But in Athens it seems that something quite different happened – and it is something from which we can learn today both in the way in which we relate to the world as a church and the way in which we face the future as a group of churches who are starting to walk new paths.
Well, first, it seems that Athens distressed Paul. In verse 16 of chapter 17 (which comes a few verses before todays reading starts) it says that “Paul was greatly distressed to see that the city was full of idols.” Not only was Athens full of Philosophical discourse, which we will see again in a moment, but the full pantheon of the Greek and probably the Roman gods were also worshipped there – don’t forget that the Parthenon itself was then a working temple to the goddess Athena – sometimes known as the goddess of poster shops – and there were probably hundreds of other temples and gods being worshipped. In fact Paul was so horrified by this spectacle that he did not just find the local synagogue to preach in but he went out “into the market place” to speak to whoever was there about his faith.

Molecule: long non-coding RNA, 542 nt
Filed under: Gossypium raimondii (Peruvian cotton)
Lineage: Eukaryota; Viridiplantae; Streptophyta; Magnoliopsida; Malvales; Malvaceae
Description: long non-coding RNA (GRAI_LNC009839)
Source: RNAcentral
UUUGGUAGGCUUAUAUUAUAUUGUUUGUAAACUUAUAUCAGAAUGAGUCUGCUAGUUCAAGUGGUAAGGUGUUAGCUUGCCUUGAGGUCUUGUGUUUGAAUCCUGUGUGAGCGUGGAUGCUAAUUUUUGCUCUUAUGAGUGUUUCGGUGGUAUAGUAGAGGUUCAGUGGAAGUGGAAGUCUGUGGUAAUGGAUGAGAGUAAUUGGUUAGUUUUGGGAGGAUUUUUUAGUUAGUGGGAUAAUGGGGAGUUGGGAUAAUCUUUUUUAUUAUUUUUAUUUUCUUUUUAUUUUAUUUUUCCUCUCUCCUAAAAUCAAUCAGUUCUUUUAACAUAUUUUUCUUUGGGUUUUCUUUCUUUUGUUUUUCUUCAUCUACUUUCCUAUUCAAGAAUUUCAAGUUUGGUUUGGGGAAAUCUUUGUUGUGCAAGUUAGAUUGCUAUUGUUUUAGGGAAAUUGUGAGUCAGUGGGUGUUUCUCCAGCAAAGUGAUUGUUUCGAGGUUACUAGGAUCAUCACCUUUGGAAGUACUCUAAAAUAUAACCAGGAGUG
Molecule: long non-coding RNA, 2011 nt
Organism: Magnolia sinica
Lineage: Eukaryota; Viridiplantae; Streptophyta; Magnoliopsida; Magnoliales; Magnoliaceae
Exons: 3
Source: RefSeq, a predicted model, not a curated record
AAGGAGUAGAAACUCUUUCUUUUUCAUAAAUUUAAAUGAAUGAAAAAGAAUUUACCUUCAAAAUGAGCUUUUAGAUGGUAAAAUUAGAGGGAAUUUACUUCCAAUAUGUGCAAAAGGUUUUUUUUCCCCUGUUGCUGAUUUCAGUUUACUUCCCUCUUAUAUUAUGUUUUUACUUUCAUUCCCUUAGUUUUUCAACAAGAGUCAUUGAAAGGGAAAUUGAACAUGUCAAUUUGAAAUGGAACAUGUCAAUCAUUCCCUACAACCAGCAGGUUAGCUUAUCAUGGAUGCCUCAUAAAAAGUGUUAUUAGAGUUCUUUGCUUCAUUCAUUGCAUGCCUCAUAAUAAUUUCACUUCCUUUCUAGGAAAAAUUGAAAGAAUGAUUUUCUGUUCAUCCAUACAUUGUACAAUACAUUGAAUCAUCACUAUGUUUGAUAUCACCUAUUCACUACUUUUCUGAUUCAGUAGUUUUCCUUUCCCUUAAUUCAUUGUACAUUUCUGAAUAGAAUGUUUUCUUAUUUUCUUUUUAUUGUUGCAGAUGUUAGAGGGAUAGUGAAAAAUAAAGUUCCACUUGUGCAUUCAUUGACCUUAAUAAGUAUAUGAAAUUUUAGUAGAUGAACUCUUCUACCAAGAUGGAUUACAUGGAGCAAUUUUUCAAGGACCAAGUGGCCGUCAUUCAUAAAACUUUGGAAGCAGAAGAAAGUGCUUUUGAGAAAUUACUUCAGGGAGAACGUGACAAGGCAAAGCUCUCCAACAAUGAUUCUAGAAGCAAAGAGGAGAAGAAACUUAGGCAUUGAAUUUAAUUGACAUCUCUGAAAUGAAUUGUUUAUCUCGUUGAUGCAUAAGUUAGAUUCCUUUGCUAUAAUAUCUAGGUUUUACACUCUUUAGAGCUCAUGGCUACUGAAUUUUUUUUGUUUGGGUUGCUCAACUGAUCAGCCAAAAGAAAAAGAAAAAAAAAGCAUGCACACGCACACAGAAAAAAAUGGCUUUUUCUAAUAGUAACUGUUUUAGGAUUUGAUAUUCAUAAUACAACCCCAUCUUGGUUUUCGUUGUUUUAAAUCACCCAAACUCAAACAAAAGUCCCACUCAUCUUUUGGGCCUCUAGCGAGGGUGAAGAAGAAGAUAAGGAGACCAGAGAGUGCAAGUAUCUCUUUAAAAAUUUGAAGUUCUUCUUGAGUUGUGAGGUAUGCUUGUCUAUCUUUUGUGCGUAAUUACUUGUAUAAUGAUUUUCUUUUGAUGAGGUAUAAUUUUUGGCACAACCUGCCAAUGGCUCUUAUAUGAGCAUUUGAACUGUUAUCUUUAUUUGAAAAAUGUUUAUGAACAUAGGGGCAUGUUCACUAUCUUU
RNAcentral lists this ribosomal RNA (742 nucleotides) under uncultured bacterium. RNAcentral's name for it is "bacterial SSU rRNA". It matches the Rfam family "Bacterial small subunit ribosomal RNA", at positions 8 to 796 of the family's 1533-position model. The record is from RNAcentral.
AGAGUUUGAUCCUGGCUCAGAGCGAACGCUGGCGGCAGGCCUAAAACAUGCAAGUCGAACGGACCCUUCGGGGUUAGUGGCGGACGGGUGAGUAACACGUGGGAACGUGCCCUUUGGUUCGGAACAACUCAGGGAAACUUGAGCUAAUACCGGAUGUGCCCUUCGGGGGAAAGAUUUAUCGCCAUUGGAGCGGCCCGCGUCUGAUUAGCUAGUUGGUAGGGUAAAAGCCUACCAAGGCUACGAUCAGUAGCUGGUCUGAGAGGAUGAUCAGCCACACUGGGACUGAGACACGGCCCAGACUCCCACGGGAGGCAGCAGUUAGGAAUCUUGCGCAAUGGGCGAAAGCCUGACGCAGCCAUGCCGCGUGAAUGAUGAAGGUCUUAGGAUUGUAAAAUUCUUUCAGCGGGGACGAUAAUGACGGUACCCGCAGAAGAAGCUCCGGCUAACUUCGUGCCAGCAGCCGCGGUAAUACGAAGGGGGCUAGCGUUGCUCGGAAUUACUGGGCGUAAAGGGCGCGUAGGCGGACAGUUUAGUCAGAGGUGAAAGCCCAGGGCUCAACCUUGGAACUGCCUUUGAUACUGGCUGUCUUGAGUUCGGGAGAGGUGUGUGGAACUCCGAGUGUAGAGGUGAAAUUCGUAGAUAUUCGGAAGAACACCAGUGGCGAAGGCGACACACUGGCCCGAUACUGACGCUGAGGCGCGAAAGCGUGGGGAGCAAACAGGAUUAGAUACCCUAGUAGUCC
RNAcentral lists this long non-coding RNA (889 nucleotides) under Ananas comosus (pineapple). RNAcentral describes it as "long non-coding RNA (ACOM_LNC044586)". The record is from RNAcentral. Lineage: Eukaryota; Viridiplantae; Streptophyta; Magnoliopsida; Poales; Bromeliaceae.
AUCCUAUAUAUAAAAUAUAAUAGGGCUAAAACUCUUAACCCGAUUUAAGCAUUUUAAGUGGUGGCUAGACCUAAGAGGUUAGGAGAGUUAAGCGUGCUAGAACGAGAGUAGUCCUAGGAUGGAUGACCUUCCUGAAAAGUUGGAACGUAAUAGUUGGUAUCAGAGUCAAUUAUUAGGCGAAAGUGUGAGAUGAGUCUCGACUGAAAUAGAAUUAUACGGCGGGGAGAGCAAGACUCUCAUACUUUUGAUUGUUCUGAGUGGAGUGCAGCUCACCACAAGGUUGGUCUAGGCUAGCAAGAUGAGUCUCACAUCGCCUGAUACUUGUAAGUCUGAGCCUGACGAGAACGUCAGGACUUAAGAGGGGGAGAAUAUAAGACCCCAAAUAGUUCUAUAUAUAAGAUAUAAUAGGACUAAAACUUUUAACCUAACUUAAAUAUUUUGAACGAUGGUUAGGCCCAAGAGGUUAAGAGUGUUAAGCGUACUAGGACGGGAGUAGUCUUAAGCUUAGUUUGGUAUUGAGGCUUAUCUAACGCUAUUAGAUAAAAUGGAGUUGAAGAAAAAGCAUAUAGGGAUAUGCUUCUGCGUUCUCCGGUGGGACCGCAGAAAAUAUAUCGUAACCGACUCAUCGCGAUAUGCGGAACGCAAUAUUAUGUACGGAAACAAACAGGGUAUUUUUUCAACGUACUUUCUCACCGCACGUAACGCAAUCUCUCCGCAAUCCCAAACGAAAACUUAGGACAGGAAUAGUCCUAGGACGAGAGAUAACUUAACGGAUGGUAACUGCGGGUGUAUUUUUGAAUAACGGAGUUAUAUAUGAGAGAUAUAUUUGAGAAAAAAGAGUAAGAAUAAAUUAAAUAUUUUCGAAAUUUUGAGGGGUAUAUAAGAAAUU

The more philosophically minded Athenians – in this case the Epicurians and the Stoics – began to argue with him in the market place and on the streets and they then invited Paul to come and speak at the Areopagus, which was a little bit like the Jewish Sanhedrin in the sense that it was a council who were allowed by the Romans to make decisions on religious matters.